Royal Family is a creative and story-driven theatre company located just steps off of Times Square in New York city. Like most scrappy theatre companies, they are strapped for cash, but rich in creativity with a strong network of writers, actors, designers and the like. They are also on the cusp of growing from an independent upstart of a company to a more established and respected voice among the New York theatre crowd.
Prior to my working with them, Royal Family's branding toolkit was a collection of assets from multiple designers that was built up over the years on an as-needed basis.
I see this a lot with young companies who, when starting out, don't particularly have the marketing budget or the staff to strategically plan long-term branding efforts. But as businesses grow, it's important to start defining your brand and to develop communication parameters that you can pass along to your internal teams, marketers, and publicity.
What's in a name?
When I started working with Royal Family they were sometimes using "RF" or sometimes "RFP" in their materials to refer to their company. I asked them to refrain from any such use going forward. It's rare for ANY company to have such recognition that they can rely on abbreviations in their branding. And although it's tempting to use abbreviations in longer copy where the name is used repetitively, we still think it's better to state you full name, or to revise long-form copy so the name is restated less frequently.
The other change I made was to revise the use of "ROYAL FAMILY PRODUCTIONS" to just "ROYAL FAMILY". Shortening a name can help considerably when designing marketing materials, but more importantly for Royal Family, dropping "productions" helped re-emphasize their educational and artist development programs, while also offering up the flexibility to tout future non-production related activities.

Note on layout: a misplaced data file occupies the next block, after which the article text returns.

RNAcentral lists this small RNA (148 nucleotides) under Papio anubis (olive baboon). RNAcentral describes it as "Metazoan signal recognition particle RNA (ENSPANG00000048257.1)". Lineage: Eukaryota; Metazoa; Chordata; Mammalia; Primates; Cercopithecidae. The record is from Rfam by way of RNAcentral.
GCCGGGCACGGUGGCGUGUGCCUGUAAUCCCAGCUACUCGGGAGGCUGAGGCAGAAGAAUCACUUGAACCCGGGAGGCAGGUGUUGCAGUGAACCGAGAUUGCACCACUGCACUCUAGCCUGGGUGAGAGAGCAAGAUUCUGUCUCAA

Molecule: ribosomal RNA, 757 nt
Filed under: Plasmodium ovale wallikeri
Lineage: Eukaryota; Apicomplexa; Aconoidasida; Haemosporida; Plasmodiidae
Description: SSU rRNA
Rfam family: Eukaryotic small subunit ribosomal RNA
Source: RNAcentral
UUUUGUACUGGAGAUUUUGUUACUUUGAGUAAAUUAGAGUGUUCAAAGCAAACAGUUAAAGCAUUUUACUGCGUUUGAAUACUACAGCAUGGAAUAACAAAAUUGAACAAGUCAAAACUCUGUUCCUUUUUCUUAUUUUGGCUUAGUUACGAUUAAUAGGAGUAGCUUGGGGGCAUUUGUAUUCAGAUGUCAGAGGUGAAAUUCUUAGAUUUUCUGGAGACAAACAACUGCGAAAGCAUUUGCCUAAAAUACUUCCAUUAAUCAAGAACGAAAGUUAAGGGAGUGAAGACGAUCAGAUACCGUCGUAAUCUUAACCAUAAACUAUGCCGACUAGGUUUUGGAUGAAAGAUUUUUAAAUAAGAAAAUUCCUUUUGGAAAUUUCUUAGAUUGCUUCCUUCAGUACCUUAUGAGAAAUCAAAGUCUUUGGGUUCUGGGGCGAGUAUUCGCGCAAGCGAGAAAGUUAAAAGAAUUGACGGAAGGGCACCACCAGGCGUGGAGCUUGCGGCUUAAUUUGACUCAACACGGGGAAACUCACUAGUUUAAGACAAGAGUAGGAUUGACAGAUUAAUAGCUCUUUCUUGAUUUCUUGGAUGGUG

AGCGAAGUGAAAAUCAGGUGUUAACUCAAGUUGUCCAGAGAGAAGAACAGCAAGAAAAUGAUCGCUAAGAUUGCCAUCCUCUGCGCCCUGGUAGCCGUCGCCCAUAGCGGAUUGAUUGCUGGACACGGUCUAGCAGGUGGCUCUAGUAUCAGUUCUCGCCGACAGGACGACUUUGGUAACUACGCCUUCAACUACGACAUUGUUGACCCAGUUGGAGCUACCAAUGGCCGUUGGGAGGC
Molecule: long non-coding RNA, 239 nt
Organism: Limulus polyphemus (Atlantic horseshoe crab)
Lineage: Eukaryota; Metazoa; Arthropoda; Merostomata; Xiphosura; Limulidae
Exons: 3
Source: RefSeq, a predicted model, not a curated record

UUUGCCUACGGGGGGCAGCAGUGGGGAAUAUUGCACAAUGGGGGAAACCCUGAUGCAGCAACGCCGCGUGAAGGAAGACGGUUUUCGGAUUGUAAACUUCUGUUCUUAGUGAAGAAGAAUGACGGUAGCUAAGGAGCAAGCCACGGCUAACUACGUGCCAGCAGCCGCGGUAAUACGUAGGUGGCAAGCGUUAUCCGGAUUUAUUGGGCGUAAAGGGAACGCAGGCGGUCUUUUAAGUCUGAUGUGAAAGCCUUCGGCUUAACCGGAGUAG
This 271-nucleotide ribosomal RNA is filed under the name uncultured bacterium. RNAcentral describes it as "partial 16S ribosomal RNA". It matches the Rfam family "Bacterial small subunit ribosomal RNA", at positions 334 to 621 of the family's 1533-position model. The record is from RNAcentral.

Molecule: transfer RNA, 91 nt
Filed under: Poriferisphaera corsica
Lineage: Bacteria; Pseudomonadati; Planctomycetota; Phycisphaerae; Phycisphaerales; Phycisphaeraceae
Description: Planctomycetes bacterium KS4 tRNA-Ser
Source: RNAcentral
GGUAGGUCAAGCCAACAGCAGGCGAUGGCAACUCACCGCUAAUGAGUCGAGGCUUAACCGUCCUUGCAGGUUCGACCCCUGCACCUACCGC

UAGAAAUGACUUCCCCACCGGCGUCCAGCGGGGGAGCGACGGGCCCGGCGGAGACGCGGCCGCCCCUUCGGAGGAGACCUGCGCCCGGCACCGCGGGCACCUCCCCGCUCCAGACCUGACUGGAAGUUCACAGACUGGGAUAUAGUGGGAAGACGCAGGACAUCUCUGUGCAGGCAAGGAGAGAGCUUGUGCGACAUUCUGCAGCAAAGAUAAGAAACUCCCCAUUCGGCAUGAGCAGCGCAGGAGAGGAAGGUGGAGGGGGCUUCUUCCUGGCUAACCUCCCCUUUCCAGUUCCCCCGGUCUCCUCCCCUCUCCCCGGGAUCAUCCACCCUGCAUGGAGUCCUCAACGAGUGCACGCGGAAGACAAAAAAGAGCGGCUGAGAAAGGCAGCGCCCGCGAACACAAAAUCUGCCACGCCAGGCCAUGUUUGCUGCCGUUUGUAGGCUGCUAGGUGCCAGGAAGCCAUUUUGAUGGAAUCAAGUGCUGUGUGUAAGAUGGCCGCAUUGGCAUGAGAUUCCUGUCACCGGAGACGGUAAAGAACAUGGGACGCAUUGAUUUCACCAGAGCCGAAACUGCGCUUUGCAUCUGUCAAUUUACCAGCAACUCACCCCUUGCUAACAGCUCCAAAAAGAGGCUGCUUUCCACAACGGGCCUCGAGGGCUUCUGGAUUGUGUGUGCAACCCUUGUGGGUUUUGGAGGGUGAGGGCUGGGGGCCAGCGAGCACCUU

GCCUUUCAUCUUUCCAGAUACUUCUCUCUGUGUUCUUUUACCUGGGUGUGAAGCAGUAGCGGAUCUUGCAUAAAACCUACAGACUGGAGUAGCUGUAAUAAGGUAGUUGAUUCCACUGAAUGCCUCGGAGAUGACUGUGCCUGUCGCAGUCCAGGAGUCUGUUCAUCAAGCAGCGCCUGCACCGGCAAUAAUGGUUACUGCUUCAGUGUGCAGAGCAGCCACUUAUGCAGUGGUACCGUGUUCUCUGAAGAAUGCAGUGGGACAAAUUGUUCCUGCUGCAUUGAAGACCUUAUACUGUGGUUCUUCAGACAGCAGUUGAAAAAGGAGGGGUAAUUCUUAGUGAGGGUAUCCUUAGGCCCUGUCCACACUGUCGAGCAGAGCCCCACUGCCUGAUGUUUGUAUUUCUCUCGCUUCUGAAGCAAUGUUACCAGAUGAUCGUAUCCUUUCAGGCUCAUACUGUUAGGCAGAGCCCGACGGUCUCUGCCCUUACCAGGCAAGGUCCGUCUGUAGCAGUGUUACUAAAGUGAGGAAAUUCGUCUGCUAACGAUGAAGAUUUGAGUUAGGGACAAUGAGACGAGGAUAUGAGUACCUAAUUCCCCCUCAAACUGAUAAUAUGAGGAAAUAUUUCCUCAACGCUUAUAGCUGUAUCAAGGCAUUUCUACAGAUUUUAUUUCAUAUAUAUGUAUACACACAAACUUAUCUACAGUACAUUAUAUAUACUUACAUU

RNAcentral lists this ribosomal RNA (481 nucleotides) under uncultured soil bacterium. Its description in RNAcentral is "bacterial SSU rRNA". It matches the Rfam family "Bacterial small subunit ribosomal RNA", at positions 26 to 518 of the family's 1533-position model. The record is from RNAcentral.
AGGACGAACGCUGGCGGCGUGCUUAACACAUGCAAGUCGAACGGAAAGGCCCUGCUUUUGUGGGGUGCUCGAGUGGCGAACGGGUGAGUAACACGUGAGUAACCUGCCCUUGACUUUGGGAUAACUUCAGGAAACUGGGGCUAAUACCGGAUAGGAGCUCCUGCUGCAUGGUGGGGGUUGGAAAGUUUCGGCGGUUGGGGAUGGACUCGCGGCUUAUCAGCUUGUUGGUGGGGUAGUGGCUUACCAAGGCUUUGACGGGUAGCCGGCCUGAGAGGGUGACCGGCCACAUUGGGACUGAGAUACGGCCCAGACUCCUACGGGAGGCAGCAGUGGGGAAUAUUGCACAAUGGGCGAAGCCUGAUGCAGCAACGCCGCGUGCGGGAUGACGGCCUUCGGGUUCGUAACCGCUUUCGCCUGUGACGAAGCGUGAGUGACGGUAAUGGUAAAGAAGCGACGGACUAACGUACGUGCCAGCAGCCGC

In the performance world, the relationship of a production company to it's shows is akin to the relationship of a director to a film. Most marketing materials produced are created to promote a specific show, but there will always be significant percentage of the audience that will buy tickets specifically because they are fans of the theatre company's work. Considering this, I think it's important for theatre companies to keep their core brand present when marketing individual shows.
For Royal Family, I developed a modification to the font "Gotham" that essentially removes any "eyes" or "bowls" from each letter in the alphabet.
This allows the Royal Family logo to stand out among brands that also employ bold heavy-weighted font treatments.
I also established this font treatment across their show marketing also, to help unify and tie the marketing for each show back to the Royal Family brand. This was very successful in Royal Family's marketing materials for their recent production of LOVE/SICK.
Royal Family had been restricting themselves to a very limited palette of black and green. This color choice was very limiting and felt heavy and a little dated. My general recommendation is to explore new color combinations for each show and we strive to select colors that are fresh, modern and inviting while fitting into the color story that we are telling at any given time. Any long term branding strategy needs to leave room for exploration and evolution and we anticipate Royal Family's colors and textures to evolve over time.
For the Royal Family website I established a range of neutrals and blues that are flexible enough to work with varying color combinations - and and are currently integrating the Royal Family font throughout their site.